If the US CBP cancels NEXUS memberships of Canadian dual citizens/permanent residents from Chad, Venezuela and North Korea, these individuals will not be able to use NEXUS lanes into the United States and into Canada.  The travel restrictions may also restrict travel of Canadian dual citizens and permanent residents from Chad, Venezuela and North Korea.  This is because the President Proclamation affects immigrant and non-immigrant entry into the United States on the basis that such entry “would be detrimental to the interests of the United States” without restrictions.

The Presidential Proclamation states in part that its is made against the current list of Chad, Iran, Libya, North Korea, Somalia, Syria, Venezuela and Yemen because “the Secretary of Homeland Security, in consultation with the Secretary of State and the Attorney General, has determined that a small number of countries … remain deficient at this time with respect to their identity-management and information-sharing capabilities, protocols, and practices.  In some cases, these countries also have a significant terrorist presence within their territory.”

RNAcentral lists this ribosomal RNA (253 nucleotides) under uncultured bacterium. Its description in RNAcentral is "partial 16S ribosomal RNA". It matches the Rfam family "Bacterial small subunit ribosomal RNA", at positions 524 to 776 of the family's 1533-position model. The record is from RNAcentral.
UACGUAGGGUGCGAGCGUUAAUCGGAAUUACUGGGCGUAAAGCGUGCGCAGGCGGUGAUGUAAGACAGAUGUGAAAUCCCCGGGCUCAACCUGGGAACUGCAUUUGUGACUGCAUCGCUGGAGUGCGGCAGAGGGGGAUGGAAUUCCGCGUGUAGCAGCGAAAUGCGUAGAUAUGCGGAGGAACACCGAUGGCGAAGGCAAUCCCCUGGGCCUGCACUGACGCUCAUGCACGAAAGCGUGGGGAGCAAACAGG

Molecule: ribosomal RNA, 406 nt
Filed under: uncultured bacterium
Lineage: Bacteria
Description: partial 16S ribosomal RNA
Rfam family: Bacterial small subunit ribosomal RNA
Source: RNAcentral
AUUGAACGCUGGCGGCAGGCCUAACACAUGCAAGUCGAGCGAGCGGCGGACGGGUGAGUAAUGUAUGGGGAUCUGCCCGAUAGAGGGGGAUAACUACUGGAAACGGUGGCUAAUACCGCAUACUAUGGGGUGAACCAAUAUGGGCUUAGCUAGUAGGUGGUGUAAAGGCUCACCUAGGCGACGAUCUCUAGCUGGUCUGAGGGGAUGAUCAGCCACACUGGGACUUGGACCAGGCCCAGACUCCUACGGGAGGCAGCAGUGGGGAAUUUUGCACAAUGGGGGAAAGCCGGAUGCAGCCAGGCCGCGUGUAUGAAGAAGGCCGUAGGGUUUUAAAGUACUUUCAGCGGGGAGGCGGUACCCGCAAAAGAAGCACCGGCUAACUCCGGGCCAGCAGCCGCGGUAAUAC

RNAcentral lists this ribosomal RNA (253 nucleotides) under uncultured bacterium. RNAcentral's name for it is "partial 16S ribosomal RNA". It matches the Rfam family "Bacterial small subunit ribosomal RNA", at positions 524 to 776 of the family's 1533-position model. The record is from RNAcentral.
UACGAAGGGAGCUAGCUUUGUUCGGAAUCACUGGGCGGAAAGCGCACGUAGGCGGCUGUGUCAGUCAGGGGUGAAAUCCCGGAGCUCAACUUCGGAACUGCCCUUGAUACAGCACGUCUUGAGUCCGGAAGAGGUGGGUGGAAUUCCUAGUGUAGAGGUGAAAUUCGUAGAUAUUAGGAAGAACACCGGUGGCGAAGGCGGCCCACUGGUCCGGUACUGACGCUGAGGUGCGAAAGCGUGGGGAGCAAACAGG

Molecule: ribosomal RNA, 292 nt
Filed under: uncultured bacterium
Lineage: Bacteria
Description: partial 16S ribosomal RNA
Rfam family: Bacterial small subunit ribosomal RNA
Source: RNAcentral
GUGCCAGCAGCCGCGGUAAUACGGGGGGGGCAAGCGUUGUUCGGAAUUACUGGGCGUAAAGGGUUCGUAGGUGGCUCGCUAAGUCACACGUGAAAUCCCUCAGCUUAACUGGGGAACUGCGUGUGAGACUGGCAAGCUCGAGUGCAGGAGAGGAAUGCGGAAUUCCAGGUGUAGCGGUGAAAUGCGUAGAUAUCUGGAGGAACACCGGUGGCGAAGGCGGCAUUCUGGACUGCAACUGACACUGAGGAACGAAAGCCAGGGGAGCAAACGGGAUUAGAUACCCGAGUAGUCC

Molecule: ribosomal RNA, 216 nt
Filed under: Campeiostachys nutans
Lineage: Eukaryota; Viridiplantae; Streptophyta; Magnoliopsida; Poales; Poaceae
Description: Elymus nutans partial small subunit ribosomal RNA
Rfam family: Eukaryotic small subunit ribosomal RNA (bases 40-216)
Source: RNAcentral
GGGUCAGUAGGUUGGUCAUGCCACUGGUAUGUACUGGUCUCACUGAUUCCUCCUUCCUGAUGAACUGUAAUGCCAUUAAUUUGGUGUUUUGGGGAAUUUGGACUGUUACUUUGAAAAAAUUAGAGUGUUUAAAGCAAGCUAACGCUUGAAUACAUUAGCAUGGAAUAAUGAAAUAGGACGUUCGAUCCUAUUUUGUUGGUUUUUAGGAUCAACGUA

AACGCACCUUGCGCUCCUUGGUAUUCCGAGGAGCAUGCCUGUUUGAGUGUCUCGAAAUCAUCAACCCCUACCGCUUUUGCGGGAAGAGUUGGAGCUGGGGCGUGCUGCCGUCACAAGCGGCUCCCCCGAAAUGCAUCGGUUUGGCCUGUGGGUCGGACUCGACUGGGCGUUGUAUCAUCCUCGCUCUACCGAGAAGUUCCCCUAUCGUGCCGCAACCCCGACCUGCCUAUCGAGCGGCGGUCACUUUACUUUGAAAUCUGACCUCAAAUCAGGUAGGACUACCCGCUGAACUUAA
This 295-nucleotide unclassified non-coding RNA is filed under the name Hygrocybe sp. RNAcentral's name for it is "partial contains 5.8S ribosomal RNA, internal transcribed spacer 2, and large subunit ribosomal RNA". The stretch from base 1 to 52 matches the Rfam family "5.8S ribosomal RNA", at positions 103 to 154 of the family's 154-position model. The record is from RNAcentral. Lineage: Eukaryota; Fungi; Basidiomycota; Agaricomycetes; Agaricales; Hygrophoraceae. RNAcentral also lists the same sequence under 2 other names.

That being said, the Section 2 of the Presidential Proclamation describes the restrictions on a country by country basis.  With respect to Venezuela, the Presidential Proclamation appears to limit the restrictions to government officials.  The Presidential Proclamation says that “… the restrictions imposed by this proclamation focus on government officials of Venezuela who are responsible for the identified inadequacies [ in verification procedures].”  The Presidential Proclamation goes on to say that:

“the entry into the United States of officials of government agencies of Venezuela involved in screening and vetting procedures — including the Ministry of the Popular Power for Interior, Justice and Peace; the Administrative Service of Identification, Migration and Immigration; the Scientific, Penal and Criminal Investigation Service Corps; the Bolivarian National Intelligence Service; and the Ministry of the Popular Power for Foreign Relations — and their immediate family members, as nonimmigrants on business (B-1), tourist (B-2), and business/tourist (B-1/B-2) visas, is hereby suspended.  Further, nationals of Venezuela who are visa holders should be subject to appropriate additional measures to ensure traveler information remains current. “